Ministers were informed by Switzerland on the state and perspectives of the relations between Switzerland and the EU after the adoption in a referendum, on 9 February 2014, of the initiative "against mass immigration". The respective constitutional provisions are not compatible with the Agreement on the Free Movement of Persons (AFMP) between Switzerland and the EU or with annex K of the EFTA Convention. In March this year the Swiss government submitted to Parliament several pieces of draft legislation to implement the constitutional provisions on immigration. However, the objective of the Swiss government remains to find a mutually agreed solution on the movement of persons with the EU and its EFTA partners. The Swiss government furthermore aims to maintain and further develop the bilateral framework with the EU, notably by continuing negotiations, for instance, on institutional issues.
Ministers held meetings with EFTA’s two advisory bodies, the Consultative Committee and the Parliamentary Committee. They discussed recent developments in the EEA and the overall functioning of the EEA Agreement, third-country relations, and the relationship between Switzerland and the EU.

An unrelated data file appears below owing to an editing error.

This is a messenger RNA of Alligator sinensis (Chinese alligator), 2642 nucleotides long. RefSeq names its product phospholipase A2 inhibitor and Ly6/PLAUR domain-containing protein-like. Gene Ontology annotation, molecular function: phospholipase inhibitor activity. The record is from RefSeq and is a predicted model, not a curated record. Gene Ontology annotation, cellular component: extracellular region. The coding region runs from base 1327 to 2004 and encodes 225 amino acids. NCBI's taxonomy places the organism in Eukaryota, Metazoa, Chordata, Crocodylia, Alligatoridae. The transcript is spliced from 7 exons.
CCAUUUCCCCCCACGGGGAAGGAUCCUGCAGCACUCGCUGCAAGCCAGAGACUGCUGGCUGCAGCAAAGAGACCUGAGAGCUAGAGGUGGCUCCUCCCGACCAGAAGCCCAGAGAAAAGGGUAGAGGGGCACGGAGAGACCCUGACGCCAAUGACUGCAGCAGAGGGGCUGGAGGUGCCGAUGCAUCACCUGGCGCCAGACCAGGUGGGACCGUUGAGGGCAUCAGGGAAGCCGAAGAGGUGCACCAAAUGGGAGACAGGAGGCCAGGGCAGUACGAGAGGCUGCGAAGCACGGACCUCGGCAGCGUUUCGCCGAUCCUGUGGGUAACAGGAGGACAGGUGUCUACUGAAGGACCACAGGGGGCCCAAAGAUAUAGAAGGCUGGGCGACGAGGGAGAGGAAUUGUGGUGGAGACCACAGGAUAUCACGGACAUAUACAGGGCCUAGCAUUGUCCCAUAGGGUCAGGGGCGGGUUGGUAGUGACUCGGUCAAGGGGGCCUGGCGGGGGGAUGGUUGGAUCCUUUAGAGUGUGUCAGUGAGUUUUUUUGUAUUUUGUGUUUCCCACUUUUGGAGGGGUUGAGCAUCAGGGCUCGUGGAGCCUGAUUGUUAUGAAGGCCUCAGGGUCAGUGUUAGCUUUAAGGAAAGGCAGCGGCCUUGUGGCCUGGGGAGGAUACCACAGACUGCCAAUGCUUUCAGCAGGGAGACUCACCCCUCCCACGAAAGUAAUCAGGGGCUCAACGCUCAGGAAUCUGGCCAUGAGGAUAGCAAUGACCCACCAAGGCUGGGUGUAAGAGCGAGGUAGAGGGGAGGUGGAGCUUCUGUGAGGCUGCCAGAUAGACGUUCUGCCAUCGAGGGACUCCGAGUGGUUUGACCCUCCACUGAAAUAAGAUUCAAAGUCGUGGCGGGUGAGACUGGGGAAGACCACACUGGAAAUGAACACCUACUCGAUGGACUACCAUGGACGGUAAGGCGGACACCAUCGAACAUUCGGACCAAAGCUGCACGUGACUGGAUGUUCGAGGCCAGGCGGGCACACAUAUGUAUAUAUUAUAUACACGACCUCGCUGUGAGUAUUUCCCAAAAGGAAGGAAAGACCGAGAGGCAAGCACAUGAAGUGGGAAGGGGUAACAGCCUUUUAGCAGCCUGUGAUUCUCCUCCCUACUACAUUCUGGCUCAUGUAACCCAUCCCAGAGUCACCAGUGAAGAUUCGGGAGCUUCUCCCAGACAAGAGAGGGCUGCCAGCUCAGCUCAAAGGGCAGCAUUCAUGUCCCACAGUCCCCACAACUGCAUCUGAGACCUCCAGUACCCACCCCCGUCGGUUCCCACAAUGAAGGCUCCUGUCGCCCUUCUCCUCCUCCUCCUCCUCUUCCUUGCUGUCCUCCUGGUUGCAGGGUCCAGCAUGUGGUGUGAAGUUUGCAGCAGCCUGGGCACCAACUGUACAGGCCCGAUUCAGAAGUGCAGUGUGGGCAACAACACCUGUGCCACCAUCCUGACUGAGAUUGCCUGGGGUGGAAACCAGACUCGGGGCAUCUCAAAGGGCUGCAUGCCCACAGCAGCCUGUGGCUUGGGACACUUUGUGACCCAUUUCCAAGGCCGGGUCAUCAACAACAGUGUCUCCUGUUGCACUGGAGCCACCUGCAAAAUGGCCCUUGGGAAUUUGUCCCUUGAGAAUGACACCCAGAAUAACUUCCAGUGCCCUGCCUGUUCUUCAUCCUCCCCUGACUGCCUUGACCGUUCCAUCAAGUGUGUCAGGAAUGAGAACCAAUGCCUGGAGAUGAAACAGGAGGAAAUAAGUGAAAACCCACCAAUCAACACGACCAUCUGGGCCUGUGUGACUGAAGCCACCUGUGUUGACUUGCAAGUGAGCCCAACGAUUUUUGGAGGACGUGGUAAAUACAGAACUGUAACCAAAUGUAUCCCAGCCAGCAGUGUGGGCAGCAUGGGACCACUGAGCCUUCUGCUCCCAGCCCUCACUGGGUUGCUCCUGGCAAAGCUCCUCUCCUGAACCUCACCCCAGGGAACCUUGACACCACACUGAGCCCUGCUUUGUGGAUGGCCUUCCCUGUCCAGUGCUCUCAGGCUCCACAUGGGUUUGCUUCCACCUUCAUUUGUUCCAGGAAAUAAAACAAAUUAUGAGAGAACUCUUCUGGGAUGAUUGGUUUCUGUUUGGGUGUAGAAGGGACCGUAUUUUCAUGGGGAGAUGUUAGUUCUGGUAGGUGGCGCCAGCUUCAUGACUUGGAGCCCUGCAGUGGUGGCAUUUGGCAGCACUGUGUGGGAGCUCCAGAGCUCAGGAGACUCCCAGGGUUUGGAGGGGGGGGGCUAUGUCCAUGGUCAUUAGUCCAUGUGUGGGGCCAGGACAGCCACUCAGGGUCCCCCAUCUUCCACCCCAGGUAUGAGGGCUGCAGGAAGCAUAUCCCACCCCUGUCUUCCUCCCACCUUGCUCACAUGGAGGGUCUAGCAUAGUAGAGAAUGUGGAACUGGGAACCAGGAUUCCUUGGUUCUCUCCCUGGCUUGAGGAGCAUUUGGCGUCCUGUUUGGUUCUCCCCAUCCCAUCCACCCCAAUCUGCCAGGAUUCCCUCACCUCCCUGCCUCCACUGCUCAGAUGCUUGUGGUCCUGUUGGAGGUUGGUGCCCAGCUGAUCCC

Switzerland: Mr Johann N. Schneider-Ammann, President of the Swiss Confederation and Federal Councillor, Head of the Federal Department of Economic Affairs, Education and Research (Chair)
Iceland: Ms Lilja Alfreðsdóttir, Minister for Foreign Affairs and External Trade
Liechtenstein: Ms Aurelia Frick, Minister of Foreign Affairs
Norway: Ms Monica Mæland, Minister of Trade and Industry
EFTA: Mr Kristinn F. Árnason, Secretary-General
From left: Mr Kristinn Árnason, Secretary-General, EFTA; Ms Lilja Alfreðsdóttir, Minister for Foreign Affairs and External Trade, Iceland; Ms Aurelia Frick, Minister of Foreign Affairs, Liechtenstein; Mr Johann N. Schneider-Ammann, President of Switzerland and Head of the Federal Department of Economic Affairs, Education and Research of Switzerland; Ms Monica Mæland, Minister of Trade and Industry, Norway